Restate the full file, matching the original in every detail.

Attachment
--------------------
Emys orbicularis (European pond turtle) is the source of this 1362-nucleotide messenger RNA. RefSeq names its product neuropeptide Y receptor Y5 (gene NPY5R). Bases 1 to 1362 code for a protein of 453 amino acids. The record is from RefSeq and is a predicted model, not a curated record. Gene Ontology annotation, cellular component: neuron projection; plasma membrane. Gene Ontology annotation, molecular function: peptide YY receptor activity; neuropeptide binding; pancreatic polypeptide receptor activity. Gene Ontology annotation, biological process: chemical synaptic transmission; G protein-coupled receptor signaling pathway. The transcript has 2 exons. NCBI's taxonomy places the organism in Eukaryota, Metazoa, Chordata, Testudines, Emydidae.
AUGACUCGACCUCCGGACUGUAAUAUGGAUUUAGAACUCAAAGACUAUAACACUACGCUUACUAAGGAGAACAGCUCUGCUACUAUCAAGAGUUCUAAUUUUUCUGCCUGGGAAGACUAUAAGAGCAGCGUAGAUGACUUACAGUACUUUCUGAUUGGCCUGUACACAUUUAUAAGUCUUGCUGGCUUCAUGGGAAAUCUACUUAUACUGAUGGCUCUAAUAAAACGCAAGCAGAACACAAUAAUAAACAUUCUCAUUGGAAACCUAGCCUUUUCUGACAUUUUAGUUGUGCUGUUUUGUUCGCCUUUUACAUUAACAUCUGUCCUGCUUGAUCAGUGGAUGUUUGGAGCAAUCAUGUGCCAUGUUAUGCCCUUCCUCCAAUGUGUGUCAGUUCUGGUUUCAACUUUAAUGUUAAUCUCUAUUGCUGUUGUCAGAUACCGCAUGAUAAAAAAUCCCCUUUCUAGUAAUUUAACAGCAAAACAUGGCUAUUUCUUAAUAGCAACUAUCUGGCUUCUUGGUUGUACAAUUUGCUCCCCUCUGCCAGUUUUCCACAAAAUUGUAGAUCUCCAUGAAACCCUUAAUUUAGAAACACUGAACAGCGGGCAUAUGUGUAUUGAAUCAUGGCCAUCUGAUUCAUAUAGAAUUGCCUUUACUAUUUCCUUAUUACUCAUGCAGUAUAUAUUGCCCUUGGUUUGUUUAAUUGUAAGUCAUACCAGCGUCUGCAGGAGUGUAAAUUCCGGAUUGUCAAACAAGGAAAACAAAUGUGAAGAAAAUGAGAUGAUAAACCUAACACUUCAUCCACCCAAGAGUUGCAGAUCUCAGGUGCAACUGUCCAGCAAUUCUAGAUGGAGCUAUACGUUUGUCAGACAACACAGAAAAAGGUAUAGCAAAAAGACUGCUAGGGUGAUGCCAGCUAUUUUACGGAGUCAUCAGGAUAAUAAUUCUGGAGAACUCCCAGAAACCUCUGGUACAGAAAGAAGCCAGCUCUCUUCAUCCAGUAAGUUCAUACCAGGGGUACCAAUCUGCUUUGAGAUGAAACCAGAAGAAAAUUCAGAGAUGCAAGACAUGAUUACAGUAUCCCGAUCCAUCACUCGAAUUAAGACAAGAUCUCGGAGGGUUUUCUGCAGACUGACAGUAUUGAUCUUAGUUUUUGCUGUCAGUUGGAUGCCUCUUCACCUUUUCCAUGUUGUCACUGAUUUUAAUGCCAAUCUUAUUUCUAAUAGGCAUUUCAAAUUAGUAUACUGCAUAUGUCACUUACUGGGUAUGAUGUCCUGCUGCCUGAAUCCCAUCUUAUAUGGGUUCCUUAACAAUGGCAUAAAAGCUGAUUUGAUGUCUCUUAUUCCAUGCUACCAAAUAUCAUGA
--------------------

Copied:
Emys orbicularis (European pond turtle) is the source of this 1362-nucleotide messenger RNA. RefSeq names its product neuropeptide Y receptor Y5 (gene NPY5R). Bases 1 to 1362 code for a protein of 453 amino acids. The record is from RefSeq and is a predicted model, not a curated record. Gene Ontology annotation, cellular component: neuron projection; plasma membrane. Gene Ontology annotation, molecular function: peptide YY receptor activity; neuropeptide binding; pancreatic polypeptide receptor activity. Gene Ontology annotation, biological process: chemical synaptic transmission; G protein-coupled receptor signaling pathway. The transcript has 2 exons. NCBI's taxonomy places the organism in Eukaryota, Metazoa, Chordata, Testudines, Emydidae.
AUGACUCGACCUCCGGACUGUAAUAUGGAUUUAGAACUCAAAGACUAUAACACUACGCUUACUAAGGAGAACAGCUCUGCUACUAUCAAGAGUUCUAAUUUUUCUGCCUGGGAAGACUAUAAGAGCAGCGUAGAUGACUUACAGUACUUUCUGAUUGGCCUGUACACAUUUAUAAGUCUUGCUGGCUUCAUGGGAAAUCUACUUAUACUGAUGGCUCUAAUAAAACGCAAGCAGAACACAAUAAUAAACAUUCUCAUUGGAAACCUAGCCUUUUCUGACAUUUUAGUUGUGCUGUUUUGUUCGCCUUUUACAUUAACAUCUGUCCUGCUUGAUCAGUGGAUGUUUGGAGCAAUCAUGUGCCAUGUUAUGCCCUUCCUCCAAUGUGUGUCAGUUCUGGUUUCAACUUUAAUGUUAAUCUCUAUUGCUGUUGUCAGAUACCGCAUGAUAAAAAAUCCCCUUUCUAGUAAUUUAACAGCAAAACAUGGCUAUUUCUUAAUAGCAACUAUCUGGCUUCUUGGUUGUACAAUUUGCUCCCCUCUGCCAGUUUUCCACAAAAUUGUAGAUCUCCAUGAAACCCUUAAUUUAGAAACACUGAACAGCGGGCAUAUGUGUAUUGAAUCAUGGCCAUCUGAUUCAUAUAGAAUUGCCUUUACUAUUUCCUUAUUACUCAUGCAGUAUAUAUUGCCCUUGGUUUGUUUAAUUGUAAGUCAUACCAGCGUCUGCAGGAGUGUAAAUUCCGGAUUGUCAAACAAGGAAAACAAAUGUGAAGAAAAUGAGAUGAUAAACCUAACACUUCAUCCACCCAAGAGUUGCAGAUCUCAGGUGCAACUGUCCAGCAAUUCUAGAUGGAGCUAUACGUUUGUCAGACAACACAGAAAAAGGUAUAGCAAAAAGACUGCUAGGGUGAUGCCAGCUAUUUUACGGAGUCAUCAGGAUAAUAAUUCUGGAGAACUCCCAGAAACCUCUGGUACAGAAAGAAGCCAGCUCUCUUCAUCCAGUAAGUUCAUACCAGGGGUACCAAUCUGCUUUGAGAUGAAACCAGAAGAAAAUUCAGAGAUGCAAGACAUGAUUACAGUAUCCCGAUCCAUCACUCGAAUUAAGACAAGAUCUCGGAGGGUUUUCUGCAGACUGACAGUAUUGAUCUUAGUUUUUGCUGUCAGUUGGAUGCCUCUUCACCUUUUCCAUGUUGUCACUGAUUUUAAUGCCAAUCUUAUUUCUAAUAGGCAUUUCAAAUUAGUAUACUGCAUAUGUCACUUACUGGGUAUGAUGUCCUGCUGCCUGAAUCCCAUCUUAUAUGGGUUCCUUAACAAUGGCAUAAAAGCUGAUUUGAUGUCUCUUAUUCCAUGCUACCAAAUAUCAUGA